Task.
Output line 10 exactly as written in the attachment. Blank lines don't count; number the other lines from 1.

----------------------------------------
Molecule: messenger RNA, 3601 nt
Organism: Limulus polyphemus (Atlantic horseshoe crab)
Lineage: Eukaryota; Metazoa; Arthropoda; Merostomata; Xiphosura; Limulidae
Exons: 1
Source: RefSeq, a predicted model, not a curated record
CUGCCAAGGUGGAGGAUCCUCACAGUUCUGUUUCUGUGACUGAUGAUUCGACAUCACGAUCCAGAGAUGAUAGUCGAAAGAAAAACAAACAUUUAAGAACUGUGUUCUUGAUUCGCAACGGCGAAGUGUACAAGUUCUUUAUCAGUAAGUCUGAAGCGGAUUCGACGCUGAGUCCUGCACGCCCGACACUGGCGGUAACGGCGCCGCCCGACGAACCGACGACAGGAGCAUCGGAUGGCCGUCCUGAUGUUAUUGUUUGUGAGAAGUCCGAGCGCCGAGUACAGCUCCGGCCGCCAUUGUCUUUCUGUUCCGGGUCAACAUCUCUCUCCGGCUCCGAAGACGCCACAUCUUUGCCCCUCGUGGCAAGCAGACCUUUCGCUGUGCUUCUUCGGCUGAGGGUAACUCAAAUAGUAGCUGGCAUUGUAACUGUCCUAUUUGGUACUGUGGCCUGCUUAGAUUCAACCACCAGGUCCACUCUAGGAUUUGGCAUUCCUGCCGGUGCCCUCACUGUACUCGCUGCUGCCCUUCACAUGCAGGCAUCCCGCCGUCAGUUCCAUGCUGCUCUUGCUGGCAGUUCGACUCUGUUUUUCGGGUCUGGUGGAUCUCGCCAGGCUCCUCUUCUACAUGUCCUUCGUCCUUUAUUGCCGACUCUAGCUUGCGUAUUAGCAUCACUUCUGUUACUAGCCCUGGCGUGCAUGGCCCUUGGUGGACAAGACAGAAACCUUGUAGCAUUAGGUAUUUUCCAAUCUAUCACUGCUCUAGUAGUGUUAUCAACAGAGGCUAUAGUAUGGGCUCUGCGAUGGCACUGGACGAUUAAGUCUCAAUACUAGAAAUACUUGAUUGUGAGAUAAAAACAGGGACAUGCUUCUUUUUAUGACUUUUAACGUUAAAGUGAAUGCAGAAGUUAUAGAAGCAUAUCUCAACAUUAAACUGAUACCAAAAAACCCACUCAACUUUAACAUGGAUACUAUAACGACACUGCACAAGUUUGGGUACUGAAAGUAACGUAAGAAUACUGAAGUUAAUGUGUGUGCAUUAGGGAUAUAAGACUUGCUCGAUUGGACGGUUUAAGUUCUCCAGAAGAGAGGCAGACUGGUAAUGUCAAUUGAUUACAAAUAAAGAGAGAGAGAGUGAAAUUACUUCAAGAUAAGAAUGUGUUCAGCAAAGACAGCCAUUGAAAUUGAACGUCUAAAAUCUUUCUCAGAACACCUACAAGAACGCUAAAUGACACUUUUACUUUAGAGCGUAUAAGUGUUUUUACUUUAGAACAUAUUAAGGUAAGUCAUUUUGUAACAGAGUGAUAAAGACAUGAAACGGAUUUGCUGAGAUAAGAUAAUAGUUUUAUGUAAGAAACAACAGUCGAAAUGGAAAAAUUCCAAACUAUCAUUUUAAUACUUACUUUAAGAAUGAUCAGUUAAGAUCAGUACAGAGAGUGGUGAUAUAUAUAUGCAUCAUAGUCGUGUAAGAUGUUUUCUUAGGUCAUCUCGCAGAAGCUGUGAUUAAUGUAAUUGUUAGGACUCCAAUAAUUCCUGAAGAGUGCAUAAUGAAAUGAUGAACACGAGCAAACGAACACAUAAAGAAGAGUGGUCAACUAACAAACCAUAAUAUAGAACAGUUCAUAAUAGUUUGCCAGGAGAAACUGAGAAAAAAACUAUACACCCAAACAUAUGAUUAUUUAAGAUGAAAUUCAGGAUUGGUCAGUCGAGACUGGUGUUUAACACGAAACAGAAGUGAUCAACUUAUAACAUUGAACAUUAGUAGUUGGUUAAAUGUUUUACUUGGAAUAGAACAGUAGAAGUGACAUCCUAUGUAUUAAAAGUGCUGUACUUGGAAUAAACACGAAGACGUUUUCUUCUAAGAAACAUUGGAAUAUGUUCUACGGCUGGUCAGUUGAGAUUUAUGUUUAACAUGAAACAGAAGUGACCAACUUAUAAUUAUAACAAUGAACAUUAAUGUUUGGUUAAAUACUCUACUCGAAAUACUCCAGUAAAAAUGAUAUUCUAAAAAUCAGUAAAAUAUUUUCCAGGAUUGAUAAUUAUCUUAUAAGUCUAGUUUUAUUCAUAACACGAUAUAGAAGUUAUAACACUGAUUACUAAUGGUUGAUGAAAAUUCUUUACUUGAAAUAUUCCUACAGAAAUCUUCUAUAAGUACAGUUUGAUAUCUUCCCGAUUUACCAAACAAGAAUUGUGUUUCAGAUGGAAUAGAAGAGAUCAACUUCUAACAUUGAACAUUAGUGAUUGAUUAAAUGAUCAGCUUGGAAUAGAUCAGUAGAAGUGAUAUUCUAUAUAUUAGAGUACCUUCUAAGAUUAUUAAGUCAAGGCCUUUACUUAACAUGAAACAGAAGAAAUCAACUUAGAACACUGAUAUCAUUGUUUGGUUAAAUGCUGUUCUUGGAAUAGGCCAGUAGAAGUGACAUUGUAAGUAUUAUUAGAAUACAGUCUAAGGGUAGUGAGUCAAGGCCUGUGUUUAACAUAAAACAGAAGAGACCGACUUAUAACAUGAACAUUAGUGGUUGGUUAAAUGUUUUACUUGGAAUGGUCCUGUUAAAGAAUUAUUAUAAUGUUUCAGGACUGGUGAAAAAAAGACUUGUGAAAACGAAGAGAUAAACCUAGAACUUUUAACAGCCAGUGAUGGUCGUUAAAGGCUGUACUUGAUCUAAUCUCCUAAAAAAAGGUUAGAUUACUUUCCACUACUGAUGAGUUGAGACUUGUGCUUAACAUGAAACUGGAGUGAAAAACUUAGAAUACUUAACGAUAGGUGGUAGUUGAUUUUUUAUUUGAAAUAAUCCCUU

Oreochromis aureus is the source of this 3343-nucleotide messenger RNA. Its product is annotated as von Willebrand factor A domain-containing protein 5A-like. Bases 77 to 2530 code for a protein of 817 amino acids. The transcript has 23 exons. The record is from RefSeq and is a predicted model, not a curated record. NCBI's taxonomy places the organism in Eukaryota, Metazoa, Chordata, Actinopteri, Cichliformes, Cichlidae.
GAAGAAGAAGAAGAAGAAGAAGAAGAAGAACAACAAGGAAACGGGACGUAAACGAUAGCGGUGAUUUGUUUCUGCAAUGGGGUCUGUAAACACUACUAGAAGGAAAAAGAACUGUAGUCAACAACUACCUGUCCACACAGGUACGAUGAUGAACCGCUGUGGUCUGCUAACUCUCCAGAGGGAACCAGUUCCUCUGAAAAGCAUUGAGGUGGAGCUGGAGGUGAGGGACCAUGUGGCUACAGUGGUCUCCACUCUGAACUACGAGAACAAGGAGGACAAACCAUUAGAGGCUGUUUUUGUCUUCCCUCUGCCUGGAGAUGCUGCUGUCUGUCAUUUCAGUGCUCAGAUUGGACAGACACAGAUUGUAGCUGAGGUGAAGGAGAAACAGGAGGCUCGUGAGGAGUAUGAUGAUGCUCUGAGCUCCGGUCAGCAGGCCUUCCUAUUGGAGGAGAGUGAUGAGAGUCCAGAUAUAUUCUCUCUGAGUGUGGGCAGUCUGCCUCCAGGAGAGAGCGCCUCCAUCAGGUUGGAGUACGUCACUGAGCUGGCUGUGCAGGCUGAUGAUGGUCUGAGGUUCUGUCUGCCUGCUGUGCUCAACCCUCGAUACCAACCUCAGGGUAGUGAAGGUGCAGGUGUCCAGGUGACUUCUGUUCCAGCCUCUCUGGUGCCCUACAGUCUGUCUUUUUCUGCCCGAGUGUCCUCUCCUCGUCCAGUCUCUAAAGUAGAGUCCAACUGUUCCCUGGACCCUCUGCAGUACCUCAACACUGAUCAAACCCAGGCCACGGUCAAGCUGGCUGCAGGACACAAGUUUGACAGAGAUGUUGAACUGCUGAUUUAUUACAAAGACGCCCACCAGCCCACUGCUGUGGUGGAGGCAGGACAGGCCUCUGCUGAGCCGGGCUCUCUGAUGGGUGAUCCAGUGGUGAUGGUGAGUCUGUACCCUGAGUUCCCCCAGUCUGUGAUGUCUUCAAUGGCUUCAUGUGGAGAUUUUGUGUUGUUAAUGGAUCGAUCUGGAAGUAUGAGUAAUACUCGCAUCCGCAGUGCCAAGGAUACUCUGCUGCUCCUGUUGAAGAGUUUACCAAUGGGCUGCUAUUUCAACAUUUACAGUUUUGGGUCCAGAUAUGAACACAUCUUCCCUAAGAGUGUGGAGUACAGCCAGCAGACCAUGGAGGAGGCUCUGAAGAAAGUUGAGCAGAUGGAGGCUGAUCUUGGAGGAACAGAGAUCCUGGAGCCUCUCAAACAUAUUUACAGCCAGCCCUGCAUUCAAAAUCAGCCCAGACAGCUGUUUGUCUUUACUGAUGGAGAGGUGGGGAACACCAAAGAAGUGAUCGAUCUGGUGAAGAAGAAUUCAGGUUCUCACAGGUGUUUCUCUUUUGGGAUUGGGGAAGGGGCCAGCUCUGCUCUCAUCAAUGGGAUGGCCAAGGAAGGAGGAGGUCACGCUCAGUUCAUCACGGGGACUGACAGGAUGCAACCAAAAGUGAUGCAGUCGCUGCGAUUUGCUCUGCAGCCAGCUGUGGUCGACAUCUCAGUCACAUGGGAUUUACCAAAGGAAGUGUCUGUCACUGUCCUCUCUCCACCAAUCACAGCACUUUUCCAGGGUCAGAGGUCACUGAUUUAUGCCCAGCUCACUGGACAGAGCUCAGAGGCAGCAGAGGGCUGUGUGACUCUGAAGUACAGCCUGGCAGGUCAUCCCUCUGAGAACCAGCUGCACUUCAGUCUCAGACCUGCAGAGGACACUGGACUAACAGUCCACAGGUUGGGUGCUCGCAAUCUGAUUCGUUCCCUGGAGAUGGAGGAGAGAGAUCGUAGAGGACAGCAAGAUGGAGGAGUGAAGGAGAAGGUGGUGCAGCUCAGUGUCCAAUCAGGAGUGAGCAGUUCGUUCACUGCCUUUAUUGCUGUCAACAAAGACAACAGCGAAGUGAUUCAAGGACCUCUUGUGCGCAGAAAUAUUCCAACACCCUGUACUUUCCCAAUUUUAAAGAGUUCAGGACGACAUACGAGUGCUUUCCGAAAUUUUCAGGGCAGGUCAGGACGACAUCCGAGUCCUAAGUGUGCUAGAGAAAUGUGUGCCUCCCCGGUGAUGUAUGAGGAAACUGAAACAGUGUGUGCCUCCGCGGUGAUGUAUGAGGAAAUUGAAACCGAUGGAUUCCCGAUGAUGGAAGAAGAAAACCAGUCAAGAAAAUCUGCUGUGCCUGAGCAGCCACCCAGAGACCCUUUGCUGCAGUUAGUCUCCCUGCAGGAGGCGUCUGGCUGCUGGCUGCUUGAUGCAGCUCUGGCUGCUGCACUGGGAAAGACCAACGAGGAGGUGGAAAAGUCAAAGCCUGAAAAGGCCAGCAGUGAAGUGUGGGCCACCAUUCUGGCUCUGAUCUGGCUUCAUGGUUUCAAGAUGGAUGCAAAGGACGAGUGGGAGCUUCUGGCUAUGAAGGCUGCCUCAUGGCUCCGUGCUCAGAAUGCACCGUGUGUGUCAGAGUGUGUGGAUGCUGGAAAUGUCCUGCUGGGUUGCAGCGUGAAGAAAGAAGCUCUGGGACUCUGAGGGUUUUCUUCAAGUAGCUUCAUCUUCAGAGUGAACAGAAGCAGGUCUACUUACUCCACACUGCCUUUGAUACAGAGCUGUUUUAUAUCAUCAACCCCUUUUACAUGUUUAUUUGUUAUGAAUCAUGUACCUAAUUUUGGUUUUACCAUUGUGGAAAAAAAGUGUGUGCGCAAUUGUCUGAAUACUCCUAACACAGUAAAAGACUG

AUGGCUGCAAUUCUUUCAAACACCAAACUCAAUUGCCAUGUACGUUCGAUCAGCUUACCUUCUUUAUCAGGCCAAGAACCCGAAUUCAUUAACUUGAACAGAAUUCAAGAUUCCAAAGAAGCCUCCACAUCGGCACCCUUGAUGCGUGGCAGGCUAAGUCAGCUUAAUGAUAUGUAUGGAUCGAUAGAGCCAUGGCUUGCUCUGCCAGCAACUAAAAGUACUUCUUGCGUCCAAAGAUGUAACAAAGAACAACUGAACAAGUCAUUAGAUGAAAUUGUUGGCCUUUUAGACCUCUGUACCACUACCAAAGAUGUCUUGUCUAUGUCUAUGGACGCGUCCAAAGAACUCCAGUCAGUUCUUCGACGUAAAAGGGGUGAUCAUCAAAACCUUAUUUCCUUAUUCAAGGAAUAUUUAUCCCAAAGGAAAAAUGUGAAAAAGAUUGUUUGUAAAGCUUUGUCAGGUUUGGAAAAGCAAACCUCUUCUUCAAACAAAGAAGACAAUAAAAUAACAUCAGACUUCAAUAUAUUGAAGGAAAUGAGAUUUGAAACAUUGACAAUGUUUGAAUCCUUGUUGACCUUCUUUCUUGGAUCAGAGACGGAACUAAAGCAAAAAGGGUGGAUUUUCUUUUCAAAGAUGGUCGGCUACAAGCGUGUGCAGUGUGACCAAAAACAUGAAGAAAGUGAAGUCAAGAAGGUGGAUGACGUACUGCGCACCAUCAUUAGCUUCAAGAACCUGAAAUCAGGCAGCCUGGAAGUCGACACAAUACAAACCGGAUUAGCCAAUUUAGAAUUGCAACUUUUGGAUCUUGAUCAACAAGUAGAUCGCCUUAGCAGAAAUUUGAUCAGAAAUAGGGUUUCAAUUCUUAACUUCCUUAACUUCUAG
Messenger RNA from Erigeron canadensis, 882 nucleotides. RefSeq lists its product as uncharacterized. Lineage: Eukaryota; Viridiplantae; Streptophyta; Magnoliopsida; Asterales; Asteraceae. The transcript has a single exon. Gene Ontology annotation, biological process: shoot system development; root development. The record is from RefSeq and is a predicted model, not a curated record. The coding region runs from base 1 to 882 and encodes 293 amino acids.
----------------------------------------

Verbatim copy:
Messenger RNA from Erigeron canadensis, 882 nucleotides. RefSeq lists its product as uncharacterized. Lineage: Eukaryota; Viridiplantae; Streptophyta; Magnoliopsida; Asterales; Asteraceae. The transcript has a single exon. Gene Ontology annotation, biological process: shoot system development; root development. The record is from RefSeq and is a predicted model, not a curated record. The coding region runs from base 1 to 882 and encodes 293 amino acids.